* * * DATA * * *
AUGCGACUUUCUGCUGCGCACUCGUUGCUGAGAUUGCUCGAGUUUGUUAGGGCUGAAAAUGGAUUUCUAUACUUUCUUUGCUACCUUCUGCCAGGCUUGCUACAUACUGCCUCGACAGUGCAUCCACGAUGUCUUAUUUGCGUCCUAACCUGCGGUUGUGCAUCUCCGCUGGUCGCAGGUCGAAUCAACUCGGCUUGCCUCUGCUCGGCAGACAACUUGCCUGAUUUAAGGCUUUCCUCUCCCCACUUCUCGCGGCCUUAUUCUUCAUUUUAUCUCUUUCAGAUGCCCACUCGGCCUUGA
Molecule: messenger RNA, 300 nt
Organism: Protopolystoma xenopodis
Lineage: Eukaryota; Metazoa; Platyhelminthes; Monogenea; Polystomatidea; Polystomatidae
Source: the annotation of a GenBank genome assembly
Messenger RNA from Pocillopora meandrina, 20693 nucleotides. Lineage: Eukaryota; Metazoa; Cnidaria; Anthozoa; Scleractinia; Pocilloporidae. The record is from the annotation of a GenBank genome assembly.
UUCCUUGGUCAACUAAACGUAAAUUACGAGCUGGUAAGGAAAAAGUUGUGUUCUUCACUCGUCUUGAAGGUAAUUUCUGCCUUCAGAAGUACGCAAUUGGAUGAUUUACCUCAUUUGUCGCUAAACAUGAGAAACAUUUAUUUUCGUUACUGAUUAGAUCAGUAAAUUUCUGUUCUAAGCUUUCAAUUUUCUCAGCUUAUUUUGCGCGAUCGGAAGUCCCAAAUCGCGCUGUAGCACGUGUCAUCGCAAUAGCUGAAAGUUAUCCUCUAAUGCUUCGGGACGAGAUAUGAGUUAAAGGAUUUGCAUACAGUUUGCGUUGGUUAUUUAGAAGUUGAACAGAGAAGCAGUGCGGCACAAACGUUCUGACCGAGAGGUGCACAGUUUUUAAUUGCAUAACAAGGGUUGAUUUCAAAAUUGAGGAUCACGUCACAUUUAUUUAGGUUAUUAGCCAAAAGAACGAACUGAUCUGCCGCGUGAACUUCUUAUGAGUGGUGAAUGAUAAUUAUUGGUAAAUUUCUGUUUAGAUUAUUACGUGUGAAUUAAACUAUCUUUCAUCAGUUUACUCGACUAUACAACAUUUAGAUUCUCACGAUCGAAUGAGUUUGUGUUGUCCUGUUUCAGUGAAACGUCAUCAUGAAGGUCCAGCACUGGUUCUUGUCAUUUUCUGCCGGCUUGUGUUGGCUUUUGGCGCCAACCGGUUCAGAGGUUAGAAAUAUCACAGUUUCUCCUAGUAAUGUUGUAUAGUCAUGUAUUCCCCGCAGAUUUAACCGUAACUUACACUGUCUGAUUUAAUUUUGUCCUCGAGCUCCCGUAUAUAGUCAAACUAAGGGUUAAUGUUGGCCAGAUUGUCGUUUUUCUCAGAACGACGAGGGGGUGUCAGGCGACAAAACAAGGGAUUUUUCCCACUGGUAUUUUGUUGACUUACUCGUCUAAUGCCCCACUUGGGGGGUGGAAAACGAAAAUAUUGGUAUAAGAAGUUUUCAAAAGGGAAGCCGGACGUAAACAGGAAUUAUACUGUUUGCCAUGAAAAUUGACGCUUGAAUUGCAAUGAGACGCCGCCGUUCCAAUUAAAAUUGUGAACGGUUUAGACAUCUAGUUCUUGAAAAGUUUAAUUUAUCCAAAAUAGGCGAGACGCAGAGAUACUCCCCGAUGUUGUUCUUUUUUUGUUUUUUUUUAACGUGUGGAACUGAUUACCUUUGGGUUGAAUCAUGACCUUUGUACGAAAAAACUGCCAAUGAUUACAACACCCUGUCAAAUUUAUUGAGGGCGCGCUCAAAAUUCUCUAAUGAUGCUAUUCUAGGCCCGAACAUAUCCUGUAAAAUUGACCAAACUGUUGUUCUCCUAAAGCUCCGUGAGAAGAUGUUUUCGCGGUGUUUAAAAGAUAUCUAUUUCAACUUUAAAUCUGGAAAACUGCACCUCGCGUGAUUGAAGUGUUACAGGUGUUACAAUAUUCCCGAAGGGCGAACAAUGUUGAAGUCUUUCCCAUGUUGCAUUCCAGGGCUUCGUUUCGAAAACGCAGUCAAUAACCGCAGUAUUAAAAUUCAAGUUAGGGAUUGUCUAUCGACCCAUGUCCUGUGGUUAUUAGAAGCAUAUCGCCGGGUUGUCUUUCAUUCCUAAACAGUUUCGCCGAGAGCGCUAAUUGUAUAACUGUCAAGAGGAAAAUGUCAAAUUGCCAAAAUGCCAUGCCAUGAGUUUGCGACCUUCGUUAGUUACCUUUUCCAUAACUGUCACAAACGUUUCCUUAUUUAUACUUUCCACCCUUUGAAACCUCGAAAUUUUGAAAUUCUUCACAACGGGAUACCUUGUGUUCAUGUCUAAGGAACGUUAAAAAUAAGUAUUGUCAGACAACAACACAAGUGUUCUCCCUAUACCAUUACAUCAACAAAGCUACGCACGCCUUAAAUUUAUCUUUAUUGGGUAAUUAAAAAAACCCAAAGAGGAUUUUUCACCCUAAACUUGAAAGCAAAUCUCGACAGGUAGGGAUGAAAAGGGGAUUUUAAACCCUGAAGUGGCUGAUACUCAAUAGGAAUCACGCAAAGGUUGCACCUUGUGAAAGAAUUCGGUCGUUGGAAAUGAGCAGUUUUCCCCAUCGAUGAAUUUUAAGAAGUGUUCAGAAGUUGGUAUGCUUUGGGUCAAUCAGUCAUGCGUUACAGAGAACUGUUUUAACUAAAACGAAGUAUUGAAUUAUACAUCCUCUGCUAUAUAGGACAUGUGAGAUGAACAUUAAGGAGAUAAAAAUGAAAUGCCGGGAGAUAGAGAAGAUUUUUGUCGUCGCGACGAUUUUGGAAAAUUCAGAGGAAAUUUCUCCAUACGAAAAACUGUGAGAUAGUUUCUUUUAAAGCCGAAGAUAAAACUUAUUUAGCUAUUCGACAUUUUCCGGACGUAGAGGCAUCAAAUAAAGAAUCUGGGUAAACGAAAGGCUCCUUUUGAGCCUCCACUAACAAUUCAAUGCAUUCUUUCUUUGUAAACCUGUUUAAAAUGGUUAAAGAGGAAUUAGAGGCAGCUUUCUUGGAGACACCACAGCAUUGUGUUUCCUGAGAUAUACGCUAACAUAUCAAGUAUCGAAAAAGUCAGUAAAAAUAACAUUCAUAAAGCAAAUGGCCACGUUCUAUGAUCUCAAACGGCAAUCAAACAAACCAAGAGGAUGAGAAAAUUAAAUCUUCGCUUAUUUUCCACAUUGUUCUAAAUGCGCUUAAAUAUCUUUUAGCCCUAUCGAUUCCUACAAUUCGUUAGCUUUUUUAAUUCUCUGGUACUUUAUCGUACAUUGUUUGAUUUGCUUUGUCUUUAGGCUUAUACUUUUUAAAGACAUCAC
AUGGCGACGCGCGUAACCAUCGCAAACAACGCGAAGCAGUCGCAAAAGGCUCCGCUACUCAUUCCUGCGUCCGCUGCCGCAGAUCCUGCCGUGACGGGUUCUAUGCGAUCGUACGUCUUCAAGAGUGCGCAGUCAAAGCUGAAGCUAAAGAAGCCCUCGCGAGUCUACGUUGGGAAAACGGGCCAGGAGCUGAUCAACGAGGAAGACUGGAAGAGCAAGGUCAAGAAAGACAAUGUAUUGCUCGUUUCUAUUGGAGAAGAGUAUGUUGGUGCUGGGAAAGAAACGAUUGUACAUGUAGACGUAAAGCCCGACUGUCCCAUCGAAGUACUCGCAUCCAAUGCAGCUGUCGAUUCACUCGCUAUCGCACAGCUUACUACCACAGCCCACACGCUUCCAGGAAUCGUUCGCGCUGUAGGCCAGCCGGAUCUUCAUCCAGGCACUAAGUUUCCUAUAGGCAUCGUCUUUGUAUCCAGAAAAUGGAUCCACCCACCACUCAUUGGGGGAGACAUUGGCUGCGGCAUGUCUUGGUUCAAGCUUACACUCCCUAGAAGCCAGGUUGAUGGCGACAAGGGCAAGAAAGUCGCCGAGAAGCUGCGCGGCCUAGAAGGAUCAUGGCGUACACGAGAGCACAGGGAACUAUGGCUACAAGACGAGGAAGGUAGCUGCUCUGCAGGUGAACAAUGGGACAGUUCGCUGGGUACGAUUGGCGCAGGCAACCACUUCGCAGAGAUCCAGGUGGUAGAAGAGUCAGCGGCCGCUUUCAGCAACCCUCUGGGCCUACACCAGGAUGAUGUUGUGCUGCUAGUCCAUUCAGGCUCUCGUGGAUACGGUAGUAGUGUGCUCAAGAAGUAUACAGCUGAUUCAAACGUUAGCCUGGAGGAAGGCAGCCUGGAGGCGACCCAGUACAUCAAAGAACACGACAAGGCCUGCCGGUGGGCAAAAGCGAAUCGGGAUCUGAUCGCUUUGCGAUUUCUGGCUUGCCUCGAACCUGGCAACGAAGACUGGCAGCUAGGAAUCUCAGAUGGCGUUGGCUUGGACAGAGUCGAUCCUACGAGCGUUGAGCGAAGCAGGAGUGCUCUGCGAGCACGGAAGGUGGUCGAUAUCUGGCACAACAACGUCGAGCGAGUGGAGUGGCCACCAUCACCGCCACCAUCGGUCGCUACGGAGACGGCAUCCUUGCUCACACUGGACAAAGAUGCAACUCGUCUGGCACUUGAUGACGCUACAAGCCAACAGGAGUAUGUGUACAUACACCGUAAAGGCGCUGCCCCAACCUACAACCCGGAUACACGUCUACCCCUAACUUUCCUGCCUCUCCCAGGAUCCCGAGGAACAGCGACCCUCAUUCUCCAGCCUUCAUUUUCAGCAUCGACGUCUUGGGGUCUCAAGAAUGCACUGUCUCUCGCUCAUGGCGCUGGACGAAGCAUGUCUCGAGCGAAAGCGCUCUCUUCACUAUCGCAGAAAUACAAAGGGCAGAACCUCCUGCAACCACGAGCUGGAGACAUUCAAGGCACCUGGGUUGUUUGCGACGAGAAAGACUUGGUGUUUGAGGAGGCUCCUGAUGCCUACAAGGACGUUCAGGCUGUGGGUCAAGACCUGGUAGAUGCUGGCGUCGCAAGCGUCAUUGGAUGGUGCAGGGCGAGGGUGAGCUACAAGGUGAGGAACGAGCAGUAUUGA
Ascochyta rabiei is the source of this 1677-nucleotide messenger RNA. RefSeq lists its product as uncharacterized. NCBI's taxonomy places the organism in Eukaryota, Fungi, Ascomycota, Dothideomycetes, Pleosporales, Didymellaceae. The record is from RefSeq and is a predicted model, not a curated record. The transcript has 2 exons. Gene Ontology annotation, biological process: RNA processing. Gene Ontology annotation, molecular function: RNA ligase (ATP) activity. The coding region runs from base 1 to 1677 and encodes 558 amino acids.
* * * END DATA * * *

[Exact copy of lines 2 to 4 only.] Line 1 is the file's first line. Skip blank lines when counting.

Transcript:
Molecule: messenger RNA, 300 nt
Organism: Protopolystoma xenopodis
Lineage: Eukaryota; Metazoa; Platyhelminthes; Monogenea; Polystomatidea; Polystomatidae